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FSU DEP 3103 - Final Exam Study Guide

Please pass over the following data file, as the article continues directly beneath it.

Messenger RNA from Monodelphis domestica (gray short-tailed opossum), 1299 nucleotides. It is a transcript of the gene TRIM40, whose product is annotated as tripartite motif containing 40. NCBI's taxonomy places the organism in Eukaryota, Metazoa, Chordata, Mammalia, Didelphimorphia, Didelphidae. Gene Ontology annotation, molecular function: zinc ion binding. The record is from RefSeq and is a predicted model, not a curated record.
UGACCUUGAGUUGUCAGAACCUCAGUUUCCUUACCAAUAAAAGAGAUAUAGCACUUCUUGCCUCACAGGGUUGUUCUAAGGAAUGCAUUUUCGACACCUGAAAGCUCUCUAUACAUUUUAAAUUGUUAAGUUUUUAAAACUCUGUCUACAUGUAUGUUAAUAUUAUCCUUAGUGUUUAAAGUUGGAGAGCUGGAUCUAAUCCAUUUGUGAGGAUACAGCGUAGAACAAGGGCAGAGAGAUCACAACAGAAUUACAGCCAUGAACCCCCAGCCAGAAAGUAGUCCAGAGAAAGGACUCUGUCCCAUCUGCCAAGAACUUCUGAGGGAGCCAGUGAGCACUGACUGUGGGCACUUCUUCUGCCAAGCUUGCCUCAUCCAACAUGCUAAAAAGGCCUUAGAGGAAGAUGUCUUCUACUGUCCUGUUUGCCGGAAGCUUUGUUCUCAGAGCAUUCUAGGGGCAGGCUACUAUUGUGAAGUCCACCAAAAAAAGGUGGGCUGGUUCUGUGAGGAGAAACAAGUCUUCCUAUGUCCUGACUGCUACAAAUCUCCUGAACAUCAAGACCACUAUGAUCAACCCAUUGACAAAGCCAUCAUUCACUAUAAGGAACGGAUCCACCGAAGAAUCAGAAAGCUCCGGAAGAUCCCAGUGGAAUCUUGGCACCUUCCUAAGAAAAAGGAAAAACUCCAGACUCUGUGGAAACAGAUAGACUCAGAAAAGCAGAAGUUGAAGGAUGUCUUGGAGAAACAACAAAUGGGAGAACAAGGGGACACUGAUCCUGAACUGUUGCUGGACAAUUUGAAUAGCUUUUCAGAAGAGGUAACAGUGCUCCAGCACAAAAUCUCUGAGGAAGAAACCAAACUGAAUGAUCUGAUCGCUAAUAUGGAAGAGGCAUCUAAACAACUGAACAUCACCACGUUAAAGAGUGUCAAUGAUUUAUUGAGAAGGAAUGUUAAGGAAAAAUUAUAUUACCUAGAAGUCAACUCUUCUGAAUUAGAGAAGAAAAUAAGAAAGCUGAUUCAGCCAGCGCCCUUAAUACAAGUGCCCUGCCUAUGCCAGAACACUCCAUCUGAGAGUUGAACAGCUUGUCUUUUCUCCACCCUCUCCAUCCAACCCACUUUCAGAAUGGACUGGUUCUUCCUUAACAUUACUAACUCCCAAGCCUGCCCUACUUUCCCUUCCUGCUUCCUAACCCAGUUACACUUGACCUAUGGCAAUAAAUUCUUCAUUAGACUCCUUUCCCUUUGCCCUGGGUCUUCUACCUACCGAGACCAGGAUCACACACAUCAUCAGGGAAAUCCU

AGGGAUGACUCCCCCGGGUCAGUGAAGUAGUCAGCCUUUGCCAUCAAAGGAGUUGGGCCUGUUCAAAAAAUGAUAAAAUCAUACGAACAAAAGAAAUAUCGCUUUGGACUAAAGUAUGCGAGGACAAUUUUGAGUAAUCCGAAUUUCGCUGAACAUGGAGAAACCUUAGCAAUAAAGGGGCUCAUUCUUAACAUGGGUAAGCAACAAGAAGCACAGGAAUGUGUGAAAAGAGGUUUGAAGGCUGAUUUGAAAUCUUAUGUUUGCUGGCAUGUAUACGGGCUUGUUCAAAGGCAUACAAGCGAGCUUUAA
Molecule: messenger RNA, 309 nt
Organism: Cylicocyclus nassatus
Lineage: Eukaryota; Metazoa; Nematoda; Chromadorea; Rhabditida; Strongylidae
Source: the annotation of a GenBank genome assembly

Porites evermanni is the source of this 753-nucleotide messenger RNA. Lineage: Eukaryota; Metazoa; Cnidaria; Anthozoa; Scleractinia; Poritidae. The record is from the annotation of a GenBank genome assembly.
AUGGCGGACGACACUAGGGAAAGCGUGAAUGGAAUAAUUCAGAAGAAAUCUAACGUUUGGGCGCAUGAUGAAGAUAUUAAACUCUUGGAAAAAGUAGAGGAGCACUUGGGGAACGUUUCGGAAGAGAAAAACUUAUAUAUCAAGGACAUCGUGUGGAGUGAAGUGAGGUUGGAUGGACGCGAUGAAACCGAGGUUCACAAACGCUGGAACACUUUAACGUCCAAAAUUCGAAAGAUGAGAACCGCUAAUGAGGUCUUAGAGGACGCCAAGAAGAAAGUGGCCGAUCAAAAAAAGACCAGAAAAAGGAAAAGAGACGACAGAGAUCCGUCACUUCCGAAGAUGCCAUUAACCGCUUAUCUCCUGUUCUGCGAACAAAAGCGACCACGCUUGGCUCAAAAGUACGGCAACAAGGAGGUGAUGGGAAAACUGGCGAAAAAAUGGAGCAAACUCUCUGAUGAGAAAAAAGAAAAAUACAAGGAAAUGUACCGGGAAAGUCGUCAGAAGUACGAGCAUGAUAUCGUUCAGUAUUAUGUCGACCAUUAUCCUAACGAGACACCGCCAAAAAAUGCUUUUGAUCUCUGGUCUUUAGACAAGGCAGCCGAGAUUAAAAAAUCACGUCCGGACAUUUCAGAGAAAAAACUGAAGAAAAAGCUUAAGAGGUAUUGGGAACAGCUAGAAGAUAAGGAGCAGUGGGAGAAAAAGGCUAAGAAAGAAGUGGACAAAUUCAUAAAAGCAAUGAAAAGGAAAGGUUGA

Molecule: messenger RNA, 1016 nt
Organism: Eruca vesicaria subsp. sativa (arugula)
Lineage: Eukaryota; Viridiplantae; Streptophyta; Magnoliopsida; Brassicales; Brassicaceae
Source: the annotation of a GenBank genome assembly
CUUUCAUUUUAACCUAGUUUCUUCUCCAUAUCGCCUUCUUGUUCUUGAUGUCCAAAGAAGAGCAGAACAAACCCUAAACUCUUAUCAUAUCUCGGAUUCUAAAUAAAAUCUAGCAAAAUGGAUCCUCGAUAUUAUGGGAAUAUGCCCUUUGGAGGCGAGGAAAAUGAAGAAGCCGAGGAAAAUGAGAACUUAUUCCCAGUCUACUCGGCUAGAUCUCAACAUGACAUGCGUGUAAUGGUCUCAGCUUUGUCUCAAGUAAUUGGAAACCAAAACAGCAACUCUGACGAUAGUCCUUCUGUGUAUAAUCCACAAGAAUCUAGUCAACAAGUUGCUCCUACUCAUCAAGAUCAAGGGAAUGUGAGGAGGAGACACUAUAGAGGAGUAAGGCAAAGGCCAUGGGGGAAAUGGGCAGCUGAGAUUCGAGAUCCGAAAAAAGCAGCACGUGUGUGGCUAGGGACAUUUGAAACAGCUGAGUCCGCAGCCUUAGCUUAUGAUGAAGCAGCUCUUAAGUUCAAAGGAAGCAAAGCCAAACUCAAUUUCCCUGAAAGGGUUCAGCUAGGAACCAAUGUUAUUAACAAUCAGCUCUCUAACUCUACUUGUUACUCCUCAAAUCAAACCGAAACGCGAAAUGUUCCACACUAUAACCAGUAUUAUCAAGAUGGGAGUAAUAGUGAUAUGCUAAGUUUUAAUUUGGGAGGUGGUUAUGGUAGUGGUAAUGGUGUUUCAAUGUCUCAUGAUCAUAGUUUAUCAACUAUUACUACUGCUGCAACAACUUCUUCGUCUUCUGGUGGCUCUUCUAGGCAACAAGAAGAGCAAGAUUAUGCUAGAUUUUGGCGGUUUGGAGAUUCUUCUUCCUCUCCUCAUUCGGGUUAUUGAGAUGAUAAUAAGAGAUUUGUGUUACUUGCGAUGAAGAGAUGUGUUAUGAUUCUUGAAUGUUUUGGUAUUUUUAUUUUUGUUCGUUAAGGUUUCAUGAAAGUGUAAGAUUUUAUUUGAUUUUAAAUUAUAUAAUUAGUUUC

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Final Exam Study Guide May 2, 2013 (3:00-5:00)DEP3103-01 (Child Psychology)Prof. Novell Tani, M.S., M.A.S.S.Spring 20131. What are the three historical/philosophical views of childhood?• Original Sin o Advocated in the Middle Ageso Centered on the idea that all children are born into the world as evil beings.o Because children are born evil, they need to be shaped to become good. The goal of child rearing was to provide salvation and remove sin from child’s life.• Tabula Rasa o Latin for “blank slate”o Proposed by John Lockeo Favors nurture in nature vs. nurture debateo Centered on the idea that children are born with no preset mental content, so all knowledge and personality comes from experience and perception. Childhood experiences shape adult personality• Innate Goodness o Proposed by Jean-Jacques Rousseauo Centered on the idea that children are inherently good beings. Because children are good, they should be permitted to grow naturally, with little parental monitoring or constraint.2. Nature Vs. Nurture• Debate about whether child development is biological (nature) or environmental (nurture).• Most people today agree that development involves BOTH biological and environmental factors.o Increased understanding about genetic and environmental interactions. 3. What is the discontinuity (or stage) concept? What is the continuity concept?• Discontinuity o “Naturally change from stage to stage”o Developmentalists who favor NATURE describe development as a series of distinct stages. Like the change from caterpillar to butterfly.• Continuity o “Continuously nurture your plants to grow…”o Developmentalists who emphasize NURTURE describe development as a gradual, continuous process. Like the seedling’s growth into an oak.4. Genotypes vs. Phenotypes• Genotype o A person’s actual genetic material. Example: 23rd chromosome pair of XYFinal Exam Study Guide May 2, 2013 (3:00-5:00)• Phenotype o The way in which a person’s phenotype is outwardly expressed in observable and measureable characteristics. Example: Physical appearance of being male due to XY sex chromosomes.5. Zone of Proximal Development• Vygotsky• The difference between what a learner can do with help and what a learner can do without help.o Scaffolding  A learning process in which support is tailored to the needs of the student with the intention of helping the student achieve his/her learning goals.• Less and less help is given as the student gets closer to achieving learning goal on his/her own.6. Piaget’s Sensorimotor Development Theory• The first stage in Piaget’s Theory of Cognitive Developmento Lasts from birth to approximately 2 yearso During this stage, an infant’s knowledge of the world is limited to his/her sensory perceptions and motor activities.o Six substages: Reflexes (0-1 month)• Understanding of the world purely through inborn reflexes such as sucking and looking Primary Circular Reactions (1-4 months)• Coordinating sensation and new schemas (cognitive framework or concept that helps organize and interpret information).o Accidentally sucking thumb, then repeating because they found it pleasurable. Secondary Circular Reactions (4-8 months)Final Exam Study Guide May 2, 2013 (3:00-5:00)• The child becomes more focused on the world and begins to intentionally repeat an action in order to trigger a response in the environment.o Picking up a toy with the intention of putting it in his/her mouth. Coordination of Reactions (8-12 months)• The child starts to show clearly intentional actions. The child begins to explore the environment around him/her. The child begins to understand qualities of objects.o Knowing that a rattle will make a sound when shaken. Tertiary Circular Reactions (12-18 months)• The child begins a period of trial-and-error experimentation.o Trying different sounds in order to get attention from caregiver. Early Representational Thought (18-24 months)• The child begins to develop symbols to represent events or objects in the world.7. Aspects of Cognitive Development• Theory of Mind o The ability to attribute mental states (beliefs, intents, desires, pretending, knowledge, etc) to oneself and others and to understand that others have beliefs, desires, and intentions that are different from one’s own.• Object Permanence o The ability for a child to understand that an object still exists even if it not in sight. Peek-a-boo• Egocentrism o Preoccupation with one’s own internal world.8. Aspects of attention/infantile attention: • Habituation o Decreases responsiveness to a stimulus after repeated presentations.• Dishabituation o Recovery of a habituated response after a change in stimulation.• Joint Attention o Individuals focus on the same object or event.o Requires:1. An ability to track another’s behavior, such as following the gaze of someone.2. One person’s behavior directing another’s attention.3. Reciprocal interaction9. Intelligence• Intelligence Quotient o Created by William Stern in 1912.o Combined chronologic age with Binet’s concept of mental age (individual’s level of mental development relative to others).Final Exam Study Guide May 2, 2013 (3:00-5:00)Mental AgeChronologic Age× 100 = Intelligence Quotient (IQ)• Giftedness vs. Mental Retardation o Giftedness: Superior talent for something IQ of 130+o Mental Retardation: Limited mental ability (IQ <70)• 70-55: Mild• 54-40: Moderate• 39-25: Severe• <25: ProfoundClassification of Mental Retardation Based on Levels of Support Needed10. Aspects of grammar: • Phonemes o Basic unit of a language’s phonologyo Combined with other phonemes to form meaningful units such as words or morphemes.• Morphemes o Smallest grammatical unit in a language.o Examples: Prefixes, root words, and suffixes.• Syntax o The ways words combine to create acceptable phrases and sentences.• Semantics o The meanings of words and sentences.• Pragmatics o Appropriate use of language in different contexts.11. Chomsky’s Language Acquisition Device• Proposed by Noam Chomsky in 1957.Final Exam Study Guide May 2, 2013 (3:00-5:00)• Chomsky believed that humans are biologically prewired to learn language at a certain time and in a certain way.• Hypothetical module of the brain posited to account for children’s innate predisposition for